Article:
Adolescence is a phase of growth and freedom, but also increased responsibility.
Adolescence can be an awkward time, somewhere between childhood and adulthood-
which can lead to uncertainties and anxiety.
Educational progress is an important marker for life transitions from primary school
(childhood), into secondary school (adolescence), into higher education (young adult).
Financial independence was the ultimate marker of adulthood.
As a term, ‘young people’ is too vague teens or ‘adolescents are better
With this increasing freedom,
adolescence was also seen as a time
of exploration and self-discovery. New
experiences and pushing boundaries
such as smoking, vaping, drinking, and
having sexual relationships, were
identified as central to the teenage
experience and a sense of being
‘grown up’.
Building and expanding your social
network was also an important part of
adolescence. One teen remarked that
adolescence is a time when “you start
to spend more time with friends over
family.” One girl said:
It's a time where you find out
more about yourself, and what
kind of people you want to be
friends with. There are changes
in your friendship groups as you
fall out with people and make
new friends age 16
Challenges of adolescence
Snippet of a group’s timeline activity.
Despite the perks of adolescence,
young people at the workshop did not
view this stage in their lives as always
easy. Many spoke about adolescence
as an awkward time, with uncertainties
and contradictions around what to do
and how to act. Negotiating these
contradictions can be challenging. One
girl wrote:
The bad thing about being my
age is being expected to act like
adults at college/work, but being
treated like a child at home
age 17
Increasing freedom also meant
increasing responsibilities, particularly
at school and college which was
sometimes met with stress and anxiety.
One group talked about having to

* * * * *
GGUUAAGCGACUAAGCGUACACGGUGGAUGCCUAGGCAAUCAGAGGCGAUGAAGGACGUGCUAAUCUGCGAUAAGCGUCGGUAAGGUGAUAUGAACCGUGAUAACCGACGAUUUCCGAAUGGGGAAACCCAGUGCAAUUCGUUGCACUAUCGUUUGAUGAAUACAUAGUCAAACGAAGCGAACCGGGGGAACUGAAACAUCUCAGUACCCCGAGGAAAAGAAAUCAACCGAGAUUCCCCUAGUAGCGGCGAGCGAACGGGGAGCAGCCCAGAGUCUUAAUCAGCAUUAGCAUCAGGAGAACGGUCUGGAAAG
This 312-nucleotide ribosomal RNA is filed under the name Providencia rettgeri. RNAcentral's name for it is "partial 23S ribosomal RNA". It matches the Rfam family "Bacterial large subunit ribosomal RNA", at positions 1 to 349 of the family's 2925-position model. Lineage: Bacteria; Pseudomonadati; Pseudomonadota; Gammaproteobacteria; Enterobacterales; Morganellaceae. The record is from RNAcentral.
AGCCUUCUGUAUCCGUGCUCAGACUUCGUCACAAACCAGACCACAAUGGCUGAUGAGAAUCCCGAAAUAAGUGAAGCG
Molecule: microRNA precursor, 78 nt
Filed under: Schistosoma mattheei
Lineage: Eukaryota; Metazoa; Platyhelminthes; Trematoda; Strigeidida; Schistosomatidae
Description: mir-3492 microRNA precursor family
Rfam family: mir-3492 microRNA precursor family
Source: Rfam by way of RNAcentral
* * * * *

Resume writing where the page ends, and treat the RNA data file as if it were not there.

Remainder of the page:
manage their school work and
timetables, which is something they
had to get used to. Studying for GCSE
and A-Level exams was particularly
Overall, teens in our workshop
generally recognised both the positives
and negatives of adolescence.
Adolescence was not viewed as an
inherently negative stage in life
contrary to the stereotypes, which often
focus on adolescence as a time of
‘storm and stress’.
Adolescence isn’t a negative
word, it’s the words around it
that are negative, like
immaturity and lack of
One boy made it clear, we’re not
Adolescence as a key life
Forget about age! Age isn’t
accurate enough…
What defines adolescence as a life
stage? Teens at the workshop thought
that age mattered less than big life
transitions in determining the end of
childhood. It was the events and
experiences that defined adolescence
as a life stage. Given this, many
thought adolescence was getting
longer. One girl said:
Adolescence lasts longer these
days, as people go to uni and do
internships, and need more
support from parents.
Education was an important marker of
transition for teenagers at the workshop.
Several people in the group linked the
jump from childhood to adolescence
with the beginning of secondary school,
with adulthood beginning after
completing a university degree.
‘Student’ is a good term to
apply to 18 to 21-year olds,
even if not everyone in this age
bracket will be in education…
Most young people at the workshop
agreed that financial independence
was a decisive marker of the end of
childhood. Making decisions about
what and who you want to be was also
seen as important. One boy said
adolescence ends and adulthood
begins …when you decide which
way you must follow.”
In this way, adolescence was seen a
life stage to set yourself up for
Snippet of a group’s timeline activity.
“We spend most of our lives as